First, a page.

It’s early April, so it’s time for me to write about what I read in March. This was a bit slower than January and February, which is due to a few things. I went home for a few days to visit my family for my nephew’s first birthday. It could be being stuck at home due to CoVID-19 and low motivation to read generally. I also noticed that I only listened to two audiobooks this month. I’ve added a book of the month to the post, because I want to highlight the books I really loved.
It’s the end of another month, so let’s talk books! This is mainly a way for me to write down some thoughts on the things I’ve read and what I really liked. There are potential spoilers, so proceed with caution (I haven’t written anything yet, so I can’t be 100% sure). I also completely forgot about this post for a little bit, so onward!
I like to say that I don’t do resolutions, I do goals, but when it comes to pop culture, resolution makes more sense. What I want to do this year is expand my knowledge of pop culture including knowledge of history, so I have a variety of things that I’d like to do. And since this draft has been sitting here for a few weeks, the last day of January seems like an appropriate time to publish.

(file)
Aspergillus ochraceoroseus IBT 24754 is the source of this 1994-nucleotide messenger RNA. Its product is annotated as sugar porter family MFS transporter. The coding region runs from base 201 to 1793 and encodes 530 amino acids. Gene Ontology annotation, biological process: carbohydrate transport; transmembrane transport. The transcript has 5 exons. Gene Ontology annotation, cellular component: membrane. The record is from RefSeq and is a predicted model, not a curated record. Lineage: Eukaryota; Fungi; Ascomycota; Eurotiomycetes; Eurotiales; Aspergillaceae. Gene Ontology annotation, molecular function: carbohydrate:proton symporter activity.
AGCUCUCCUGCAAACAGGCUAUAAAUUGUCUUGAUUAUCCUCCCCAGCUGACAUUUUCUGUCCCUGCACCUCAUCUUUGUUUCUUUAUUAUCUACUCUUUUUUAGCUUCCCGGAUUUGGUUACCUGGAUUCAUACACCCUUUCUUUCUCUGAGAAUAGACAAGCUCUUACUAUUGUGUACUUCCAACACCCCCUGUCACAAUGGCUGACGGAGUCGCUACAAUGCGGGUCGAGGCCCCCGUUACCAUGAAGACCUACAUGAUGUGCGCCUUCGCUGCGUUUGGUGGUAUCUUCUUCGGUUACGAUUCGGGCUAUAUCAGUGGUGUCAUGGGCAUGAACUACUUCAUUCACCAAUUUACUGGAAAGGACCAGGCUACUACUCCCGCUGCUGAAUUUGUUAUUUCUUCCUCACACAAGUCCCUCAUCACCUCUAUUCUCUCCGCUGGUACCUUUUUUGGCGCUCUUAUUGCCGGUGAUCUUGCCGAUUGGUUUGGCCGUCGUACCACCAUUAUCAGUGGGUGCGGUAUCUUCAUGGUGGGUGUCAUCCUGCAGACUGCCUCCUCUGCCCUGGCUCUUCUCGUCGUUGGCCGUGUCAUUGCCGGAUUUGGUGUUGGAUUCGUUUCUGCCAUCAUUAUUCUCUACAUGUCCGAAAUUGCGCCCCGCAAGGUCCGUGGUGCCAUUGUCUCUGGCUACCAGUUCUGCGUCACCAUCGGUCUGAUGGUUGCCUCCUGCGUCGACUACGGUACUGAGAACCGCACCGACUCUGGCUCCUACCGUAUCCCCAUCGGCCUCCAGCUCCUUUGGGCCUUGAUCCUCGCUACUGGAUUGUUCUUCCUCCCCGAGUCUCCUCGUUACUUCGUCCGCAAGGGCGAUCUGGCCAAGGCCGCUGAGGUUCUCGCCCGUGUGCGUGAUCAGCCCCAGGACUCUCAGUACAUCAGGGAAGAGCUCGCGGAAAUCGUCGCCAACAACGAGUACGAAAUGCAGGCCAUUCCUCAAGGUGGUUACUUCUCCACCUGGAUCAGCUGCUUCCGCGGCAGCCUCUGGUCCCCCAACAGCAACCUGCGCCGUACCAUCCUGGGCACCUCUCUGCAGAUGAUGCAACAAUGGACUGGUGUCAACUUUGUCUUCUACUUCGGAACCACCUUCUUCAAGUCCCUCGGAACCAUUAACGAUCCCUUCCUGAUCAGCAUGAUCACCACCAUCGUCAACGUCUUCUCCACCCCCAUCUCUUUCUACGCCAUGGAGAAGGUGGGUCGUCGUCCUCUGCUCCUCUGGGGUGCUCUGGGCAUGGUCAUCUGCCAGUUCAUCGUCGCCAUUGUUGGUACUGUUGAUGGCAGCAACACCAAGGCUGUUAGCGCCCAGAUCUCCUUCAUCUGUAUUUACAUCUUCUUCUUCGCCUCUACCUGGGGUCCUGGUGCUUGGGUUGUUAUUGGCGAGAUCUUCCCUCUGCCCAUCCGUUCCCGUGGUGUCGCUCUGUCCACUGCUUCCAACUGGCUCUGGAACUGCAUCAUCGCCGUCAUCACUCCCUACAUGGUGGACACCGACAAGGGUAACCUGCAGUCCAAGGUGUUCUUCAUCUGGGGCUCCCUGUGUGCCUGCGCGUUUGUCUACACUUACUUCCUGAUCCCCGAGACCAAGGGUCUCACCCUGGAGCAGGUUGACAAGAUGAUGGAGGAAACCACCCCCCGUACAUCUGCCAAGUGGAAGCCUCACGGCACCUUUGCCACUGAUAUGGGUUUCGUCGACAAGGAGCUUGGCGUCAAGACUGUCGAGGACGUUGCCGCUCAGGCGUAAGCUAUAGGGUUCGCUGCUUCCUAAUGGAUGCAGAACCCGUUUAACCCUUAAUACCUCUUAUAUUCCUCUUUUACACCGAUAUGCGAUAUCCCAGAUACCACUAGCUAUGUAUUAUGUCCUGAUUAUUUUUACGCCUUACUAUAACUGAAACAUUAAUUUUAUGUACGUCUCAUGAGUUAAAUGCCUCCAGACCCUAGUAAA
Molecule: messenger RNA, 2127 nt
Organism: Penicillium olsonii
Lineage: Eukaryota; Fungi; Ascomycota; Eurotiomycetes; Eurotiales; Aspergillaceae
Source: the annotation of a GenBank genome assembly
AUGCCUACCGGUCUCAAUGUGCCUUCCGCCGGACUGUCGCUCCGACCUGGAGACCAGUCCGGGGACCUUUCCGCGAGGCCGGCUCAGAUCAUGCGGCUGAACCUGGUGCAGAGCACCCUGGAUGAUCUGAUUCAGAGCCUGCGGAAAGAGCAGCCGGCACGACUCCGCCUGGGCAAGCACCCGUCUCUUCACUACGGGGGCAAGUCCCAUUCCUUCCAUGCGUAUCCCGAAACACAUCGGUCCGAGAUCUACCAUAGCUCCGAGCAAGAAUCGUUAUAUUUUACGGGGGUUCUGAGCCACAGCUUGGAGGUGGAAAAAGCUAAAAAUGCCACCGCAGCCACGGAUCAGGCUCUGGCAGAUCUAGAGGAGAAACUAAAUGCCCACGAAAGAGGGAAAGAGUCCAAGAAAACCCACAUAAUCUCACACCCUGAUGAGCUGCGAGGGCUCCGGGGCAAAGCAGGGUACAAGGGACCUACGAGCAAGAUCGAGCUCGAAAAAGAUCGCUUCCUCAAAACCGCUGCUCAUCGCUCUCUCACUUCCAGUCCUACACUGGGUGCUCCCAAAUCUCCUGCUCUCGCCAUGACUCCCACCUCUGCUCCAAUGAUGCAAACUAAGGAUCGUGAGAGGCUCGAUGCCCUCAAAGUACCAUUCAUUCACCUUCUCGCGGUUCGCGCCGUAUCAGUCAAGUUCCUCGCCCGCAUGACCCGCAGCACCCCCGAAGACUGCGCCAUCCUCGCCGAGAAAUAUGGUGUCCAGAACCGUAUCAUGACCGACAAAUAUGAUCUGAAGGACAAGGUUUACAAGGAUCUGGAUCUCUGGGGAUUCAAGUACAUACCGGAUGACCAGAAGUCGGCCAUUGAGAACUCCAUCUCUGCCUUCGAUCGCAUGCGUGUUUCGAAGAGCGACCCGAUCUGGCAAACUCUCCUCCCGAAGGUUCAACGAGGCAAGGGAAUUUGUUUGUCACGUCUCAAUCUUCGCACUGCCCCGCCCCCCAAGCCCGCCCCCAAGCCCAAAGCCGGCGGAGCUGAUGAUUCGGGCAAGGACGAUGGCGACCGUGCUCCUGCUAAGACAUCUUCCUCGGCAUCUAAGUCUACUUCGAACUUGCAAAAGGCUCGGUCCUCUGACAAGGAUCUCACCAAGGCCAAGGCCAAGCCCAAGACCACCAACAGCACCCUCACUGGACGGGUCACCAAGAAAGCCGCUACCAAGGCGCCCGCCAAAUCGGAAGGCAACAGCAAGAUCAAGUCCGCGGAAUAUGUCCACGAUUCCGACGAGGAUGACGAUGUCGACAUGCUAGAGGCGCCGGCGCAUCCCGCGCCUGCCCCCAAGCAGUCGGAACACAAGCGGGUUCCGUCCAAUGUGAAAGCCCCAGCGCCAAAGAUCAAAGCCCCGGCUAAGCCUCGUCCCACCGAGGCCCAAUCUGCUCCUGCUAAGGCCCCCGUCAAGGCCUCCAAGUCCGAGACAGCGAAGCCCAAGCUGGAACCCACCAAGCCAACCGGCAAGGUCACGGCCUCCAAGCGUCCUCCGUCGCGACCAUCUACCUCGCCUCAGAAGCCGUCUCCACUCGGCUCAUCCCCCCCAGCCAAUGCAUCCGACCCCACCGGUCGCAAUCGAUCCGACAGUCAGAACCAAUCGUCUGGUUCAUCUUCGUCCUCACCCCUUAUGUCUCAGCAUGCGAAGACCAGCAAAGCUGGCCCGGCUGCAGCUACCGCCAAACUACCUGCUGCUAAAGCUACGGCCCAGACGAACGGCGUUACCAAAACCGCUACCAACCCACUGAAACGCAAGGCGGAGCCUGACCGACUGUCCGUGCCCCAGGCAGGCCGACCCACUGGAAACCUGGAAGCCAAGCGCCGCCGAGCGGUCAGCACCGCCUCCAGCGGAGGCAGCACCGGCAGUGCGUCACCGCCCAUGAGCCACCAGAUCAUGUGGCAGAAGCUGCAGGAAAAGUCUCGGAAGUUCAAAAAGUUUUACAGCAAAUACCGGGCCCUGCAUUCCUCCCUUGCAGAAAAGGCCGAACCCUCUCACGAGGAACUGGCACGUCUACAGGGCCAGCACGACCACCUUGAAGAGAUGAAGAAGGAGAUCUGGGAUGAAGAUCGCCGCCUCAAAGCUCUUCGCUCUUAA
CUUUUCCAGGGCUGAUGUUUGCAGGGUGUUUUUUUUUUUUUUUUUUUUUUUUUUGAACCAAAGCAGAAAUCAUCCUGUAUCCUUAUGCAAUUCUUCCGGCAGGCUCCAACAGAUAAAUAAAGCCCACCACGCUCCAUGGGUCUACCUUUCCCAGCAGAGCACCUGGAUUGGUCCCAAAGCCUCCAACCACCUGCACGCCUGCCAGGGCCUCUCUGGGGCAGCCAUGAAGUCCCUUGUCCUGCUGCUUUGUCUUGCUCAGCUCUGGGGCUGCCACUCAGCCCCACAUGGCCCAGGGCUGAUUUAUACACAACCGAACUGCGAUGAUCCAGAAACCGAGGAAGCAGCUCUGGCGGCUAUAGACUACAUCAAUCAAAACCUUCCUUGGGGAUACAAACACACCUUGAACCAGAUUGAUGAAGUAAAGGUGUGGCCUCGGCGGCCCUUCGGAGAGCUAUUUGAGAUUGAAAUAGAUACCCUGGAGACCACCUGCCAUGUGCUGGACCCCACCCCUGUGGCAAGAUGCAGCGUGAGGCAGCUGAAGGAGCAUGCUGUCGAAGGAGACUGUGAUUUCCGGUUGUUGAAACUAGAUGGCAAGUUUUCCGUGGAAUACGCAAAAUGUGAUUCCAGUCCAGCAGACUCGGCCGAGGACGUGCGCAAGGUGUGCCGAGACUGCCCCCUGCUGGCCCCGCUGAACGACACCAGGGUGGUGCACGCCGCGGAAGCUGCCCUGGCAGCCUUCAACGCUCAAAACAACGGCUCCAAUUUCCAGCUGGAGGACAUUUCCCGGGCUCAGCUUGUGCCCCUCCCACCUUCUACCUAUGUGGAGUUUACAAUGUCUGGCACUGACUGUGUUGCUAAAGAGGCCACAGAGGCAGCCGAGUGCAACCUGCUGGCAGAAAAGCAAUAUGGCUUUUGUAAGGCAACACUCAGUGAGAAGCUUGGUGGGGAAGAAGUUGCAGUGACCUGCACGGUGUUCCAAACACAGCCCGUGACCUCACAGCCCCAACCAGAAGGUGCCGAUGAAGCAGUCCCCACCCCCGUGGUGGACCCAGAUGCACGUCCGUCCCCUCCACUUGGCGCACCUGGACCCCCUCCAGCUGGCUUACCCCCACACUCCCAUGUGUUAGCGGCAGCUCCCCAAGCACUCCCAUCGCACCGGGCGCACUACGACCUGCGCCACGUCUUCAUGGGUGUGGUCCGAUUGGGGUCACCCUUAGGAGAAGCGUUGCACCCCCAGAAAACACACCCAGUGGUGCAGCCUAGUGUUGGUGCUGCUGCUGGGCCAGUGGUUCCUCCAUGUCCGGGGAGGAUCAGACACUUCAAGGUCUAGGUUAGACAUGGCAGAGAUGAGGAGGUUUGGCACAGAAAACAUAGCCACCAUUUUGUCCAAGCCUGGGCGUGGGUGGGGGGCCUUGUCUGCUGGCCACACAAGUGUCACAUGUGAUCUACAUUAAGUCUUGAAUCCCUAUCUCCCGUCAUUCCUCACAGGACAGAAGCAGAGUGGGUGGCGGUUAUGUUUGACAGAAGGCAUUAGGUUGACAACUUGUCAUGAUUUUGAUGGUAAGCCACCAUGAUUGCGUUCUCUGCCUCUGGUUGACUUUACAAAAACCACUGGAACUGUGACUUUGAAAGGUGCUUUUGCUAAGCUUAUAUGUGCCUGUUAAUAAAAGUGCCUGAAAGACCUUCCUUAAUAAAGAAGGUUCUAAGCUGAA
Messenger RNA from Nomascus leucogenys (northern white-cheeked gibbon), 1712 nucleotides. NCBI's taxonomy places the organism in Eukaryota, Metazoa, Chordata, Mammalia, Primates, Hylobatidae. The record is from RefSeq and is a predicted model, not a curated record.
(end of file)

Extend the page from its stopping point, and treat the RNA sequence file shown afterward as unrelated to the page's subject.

It’s a long weekend, so even though it’s Monday night, I keep thinking it’s Sunday. It’s been over a week since I posted anything, but there are some things I’ve been working on as well. I haven’t watched any of the new Netflix shows, but I am looking forward to the return of Daredevil this Friday. I have been keeping up with Jane the Virgin and Better Call Saul (iZombie went on hiatus the same week I did), and I’m trying my hardest to keep up with The 100, but it’s on at the same time as everything else (Wednesday night), so I keep forgetting to record it. I watched North and South on Netflix with my mum, and my next decision is whether to watch Luther or Master of None with her.
I started tweeting a lot about the Hottest 100 both last night and this afternoon, and it finally got to the point where I knew I should move my comments onto a platform that allows for more space (by the way, I am against Twitter increasing its current character limit. 140 is great). If you’re sick of reading thinkpieces about the Hottest 100, I’ll be okay if you leave. I have a complicated relationship with the Hottest 100 – I listen most years, but I think this is the first time I’ve voted since 2012 – and this year I found myself agonising over my Top 10. I’m posting an image of it, which is something I’ve never done in the past just so we can see how I voted. You can access a full list of the Countdown here.
I decided to do a Goodreads challenge this year, and set myself the challenge of reading 50 books. Apparently it sends you updates to let you know if you’re on track, and that’s the kind of thing I need. Anyway, the first book I read in 2015 was The Seventh Miss Hatfield, by Anna Caltabiano, which I picked up last year at this book swap. Rather than write two reviews, I’m going to embed my reviews from Goodreads and then there will be spoilers on the blog.
The Seventh Miss Hatfield by Anna Caltabiano
My rating: 2 of 5 stars